By Allison Annette Foster, Vice President
Three Cheers for Volunteers!
Growing up in the United States, I learned early in life that volunteerism was not only honorable but expected. My family considered volunteering a duty to family, country, and community (both the global community and local community). My father coached our soccer games, giving two evenings a week to instill teamwork and good sportsmanship to a gaggle of young girls. As a business owner, he certainly had many other demands on his time. My mother served on our school board in our local government; she ran out the door every Wednesday night after cleaning dinner dishes to contribute to policy decisions and advocate for plans that would be inclusive and family-friendly. As a class, my schoolmates and I gave one Saturday each quarter to park clean-up campaigns when we picked up trash in public spaces.
My parents’ lesson to my siblings and me was: “To whom much is given, much is expected.” And they considered themselves very fortunate – both in abundance and paucity.
Now as an adult with my own family and professional demands, I realize how much effort it took for my parents to carve out time to give back and to make sure that their children would adopt the same sense of good citizenship and stewardship of the well-being of our world. What a labor of love! I am humbled to continue that tradition and assume that duty, whether it be ensuring that all have access to exercise their vote as a polling volunteer, providing the voice of women’s interests in our neighborhood citizen association, or teaching English and employment skills to refugees.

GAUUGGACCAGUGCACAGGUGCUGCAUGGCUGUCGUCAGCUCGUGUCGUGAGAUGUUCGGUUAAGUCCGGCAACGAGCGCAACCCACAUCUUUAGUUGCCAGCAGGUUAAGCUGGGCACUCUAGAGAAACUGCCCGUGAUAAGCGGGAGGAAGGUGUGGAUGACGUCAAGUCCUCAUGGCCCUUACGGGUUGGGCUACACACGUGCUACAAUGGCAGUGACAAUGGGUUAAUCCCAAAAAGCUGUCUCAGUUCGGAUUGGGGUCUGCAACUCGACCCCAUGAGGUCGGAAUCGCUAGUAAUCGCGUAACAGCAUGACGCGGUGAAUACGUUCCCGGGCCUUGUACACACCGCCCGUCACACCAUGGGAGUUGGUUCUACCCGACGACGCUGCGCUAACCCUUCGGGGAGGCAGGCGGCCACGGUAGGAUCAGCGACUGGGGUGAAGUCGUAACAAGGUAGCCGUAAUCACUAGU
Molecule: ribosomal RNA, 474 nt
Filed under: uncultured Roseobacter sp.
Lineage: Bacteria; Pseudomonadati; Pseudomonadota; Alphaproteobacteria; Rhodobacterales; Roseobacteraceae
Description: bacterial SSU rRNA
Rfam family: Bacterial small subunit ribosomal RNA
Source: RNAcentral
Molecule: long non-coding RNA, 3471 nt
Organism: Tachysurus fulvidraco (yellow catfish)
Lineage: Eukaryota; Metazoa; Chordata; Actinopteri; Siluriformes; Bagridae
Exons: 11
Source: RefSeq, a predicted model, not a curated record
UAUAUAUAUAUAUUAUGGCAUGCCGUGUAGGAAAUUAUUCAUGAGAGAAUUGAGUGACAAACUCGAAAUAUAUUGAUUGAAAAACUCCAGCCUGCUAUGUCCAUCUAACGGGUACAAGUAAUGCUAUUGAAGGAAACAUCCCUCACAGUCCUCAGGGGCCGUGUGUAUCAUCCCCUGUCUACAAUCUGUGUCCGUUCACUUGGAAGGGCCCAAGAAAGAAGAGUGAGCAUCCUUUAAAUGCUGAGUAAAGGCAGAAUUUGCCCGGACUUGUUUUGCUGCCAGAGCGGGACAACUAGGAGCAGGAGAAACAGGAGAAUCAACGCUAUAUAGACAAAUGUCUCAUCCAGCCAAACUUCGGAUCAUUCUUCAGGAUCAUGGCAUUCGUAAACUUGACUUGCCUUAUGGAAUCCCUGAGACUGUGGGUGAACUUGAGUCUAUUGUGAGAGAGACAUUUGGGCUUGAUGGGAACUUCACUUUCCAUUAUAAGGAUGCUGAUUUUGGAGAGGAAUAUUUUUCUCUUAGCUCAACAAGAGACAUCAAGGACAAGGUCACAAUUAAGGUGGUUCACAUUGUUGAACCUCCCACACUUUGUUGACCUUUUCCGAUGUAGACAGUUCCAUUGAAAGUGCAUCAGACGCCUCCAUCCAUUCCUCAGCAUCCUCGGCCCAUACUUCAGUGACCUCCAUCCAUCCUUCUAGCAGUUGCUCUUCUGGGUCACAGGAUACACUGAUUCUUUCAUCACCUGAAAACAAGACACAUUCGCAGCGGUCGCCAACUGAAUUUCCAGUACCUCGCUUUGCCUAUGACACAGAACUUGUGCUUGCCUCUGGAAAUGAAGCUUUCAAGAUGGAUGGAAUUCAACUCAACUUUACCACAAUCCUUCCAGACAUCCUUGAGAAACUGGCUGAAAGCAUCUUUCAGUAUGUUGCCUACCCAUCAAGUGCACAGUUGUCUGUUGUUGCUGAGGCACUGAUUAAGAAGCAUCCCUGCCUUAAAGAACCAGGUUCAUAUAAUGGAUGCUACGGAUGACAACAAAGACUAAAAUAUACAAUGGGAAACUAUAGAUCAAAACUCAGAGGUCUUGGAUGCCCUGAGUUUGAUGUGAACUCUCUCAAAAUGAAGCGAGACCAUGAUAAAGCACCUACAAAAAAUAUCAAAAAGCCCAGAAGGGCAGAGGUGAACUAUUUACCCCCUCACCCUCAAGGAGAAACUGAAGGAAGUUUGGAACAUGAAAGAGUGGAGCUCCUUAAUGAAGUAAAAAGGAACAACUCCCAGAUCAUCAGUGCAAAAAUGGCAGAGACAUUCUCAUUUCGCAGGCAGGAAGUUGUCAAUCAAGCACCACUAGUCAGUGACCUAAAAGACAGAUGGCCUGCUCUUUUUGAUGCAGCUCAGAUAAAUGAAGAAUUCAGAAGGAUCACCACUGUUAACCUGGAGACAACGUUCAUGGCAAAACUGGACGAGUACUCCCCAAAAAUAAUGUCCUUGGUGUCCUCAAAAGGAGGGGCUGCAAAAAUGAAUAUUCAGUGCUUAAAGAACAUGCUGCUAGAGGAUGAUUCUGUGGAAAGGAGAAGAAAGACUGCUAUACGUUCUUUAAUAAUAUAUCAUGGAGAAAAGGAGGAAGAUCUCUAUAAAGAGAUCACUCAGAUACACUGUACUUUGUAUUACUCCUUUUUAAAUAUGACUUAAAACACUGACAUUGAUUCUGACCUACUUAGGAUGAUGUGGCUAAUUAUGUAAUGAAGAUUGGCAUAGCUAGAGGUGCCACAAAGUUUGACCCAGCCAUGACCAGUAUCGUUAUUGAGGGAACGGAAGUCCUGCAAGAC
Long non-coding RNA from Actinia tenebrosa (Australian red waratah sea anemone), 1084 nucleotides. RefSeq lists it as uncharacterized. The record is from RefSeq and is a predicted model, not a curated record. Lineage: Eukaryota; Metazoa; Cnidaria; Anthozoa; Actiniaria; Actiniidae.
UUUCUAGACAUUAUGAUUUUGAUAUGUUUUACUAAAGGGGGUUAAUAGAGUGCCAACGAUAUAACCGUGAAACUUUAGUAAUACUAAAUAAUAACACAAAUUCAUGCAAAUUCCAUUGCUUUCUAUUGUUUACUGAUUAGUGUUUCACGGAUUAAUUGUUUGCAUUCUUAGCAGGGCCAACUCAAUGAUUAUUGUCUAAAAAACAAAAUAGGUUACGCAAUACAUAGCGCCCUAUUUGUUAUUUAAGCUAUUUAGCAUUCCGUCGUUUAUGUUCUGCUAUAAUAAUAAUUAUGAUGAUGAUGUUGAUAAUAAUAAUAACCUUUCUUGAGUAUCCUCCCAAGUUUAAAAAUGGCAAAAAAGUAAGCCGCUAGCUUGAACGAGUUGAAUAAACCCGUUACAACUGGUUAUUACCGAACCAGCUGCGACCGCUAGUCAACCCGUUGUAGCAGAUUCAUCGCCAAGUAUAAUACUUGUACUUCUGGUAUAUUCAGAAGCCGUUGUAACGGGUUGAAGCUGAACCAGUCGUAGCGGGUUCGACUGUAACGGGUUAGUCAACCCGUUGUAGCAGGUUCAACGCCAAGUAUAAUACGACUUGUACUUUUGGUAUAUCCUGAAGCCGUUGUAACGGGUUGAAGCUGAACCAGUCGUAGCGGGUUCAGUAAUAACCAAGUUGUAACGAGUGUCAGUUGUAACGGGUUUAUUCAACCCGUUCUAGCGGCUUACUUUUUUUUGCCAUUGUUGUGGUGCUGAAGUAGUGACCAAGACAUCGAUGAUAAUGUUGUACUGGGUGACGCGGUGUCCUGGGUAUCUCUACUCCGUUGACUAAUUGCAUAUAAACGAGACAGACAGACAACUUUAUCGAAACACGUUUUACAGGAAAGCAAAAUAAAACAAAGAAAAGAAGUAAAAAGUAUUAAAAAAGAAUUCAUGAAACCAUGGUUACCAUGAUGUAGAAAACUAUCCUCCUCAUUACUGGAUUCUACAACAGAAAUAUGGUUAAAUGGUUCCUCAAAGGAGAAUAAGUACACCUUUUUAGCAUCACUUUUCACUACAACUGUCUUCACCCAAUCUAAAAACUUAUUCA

Working in global development, I am even more deeply humbled when I see the commitment and many hours of volunteer contribution that my colleagues in low-resourced environments and often high-risk situations provide to their communities.
I watched Grace sit with a pregnant couple in Zambia and convince them to purchase one small piece of liver during market day Tuesdays to ensure that the pregnant mother would have enough iron to facilitate a healthy pregnancy. I marveled at how well Aisha, only 17 years young and a recovered fistula patient, presented volunteer health talks to provide even younger girls in her ward with guidance on reproductive health and HIV prevention. I so much appreciated the commitment of my friend and champion Aarush in organizing other volunteer families in India to be at the ready with carts and donkeys and scooters to transfer women to hospitals in case of pregnancy complications.
I have learned from community volunteers in their training sessions, depended on them in implementing initiatives, and marveled at their determination to collect and report data even with limited resources and vast territories to cover.
Today, as the Vice President of WI-HER, I am proud to join my president, Dr. Taroub Faramand, and my colleagues and partners in celebrating volunteers of all ages in my own community and across the globe.
We thank you for your help and support and we celebrate the valuable contributions you give and the examples you set. We especially celebrate women who volunteer, because we know that you are juggling professional demands, home responsibilities, and children’s needs – and still find time to reach further still! And like my own parents, they feel responsible to give, and share that same humble sentiment, “To whom much has been given, much is expected.”
Three cheers for volunteers!